Calling all students, teachers, and parents!  As everyone is stuck at home during a global pandemic, now is a great time we are all forced to try and understand math (and our sanity level) a little bit more.  Well, I may not be able to help you with the keeping sanity stuff, but as far as math goes, hopefully, the below websites offer some much needed mathematic support.

All jokes aside I hope everyone is staying safe and successfully social distancing.  Stay well, math friends! 🙂

Kahn Academy: The same Kahn Academy we know and love still has amazing videos and tutorials as usual, but now they also have a live “homeroom” chat on Facebook LIVE every day at 12:00pm. The chats occur daily with Kahn Academy founder Sal and at times feature famous guests such as Bill Gates. Click the link below for more:

Khan Academy Homeroom Screen Shot 2020-04-04 at 12.21.20 PM

 

Study.com: In a time when companies are being more generous, Study.com is here for us as they offer up to 1000 licenses for school districts and free lessons for teachers, students, and parents.  Check out all the education freebies here:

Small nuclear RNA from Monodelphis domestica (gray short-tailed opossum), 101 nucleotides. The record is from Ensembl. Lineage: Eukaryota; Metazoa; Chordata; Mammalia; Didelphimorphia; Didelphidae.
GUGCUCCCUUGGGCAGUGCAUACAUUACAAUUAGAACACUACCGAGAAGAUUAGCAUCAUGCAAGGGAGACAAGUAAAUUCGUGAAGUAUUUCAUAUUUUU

Study.com

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Math PlanetIf you’re looking for free math resources in Pre-Algebra, Algebra, Algebra 2, and Geometry then you will find the answers you need at Math Planet.  All free all the time, find their website here:

MathPlanet 

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JMAP: For anyone who has to take the NYS Regents at some point (whenever we’re allowed to go outside again), JMAP has every old Regents exam as well as answers to boot! Did I mention each exam is free and printable?  Find their website here: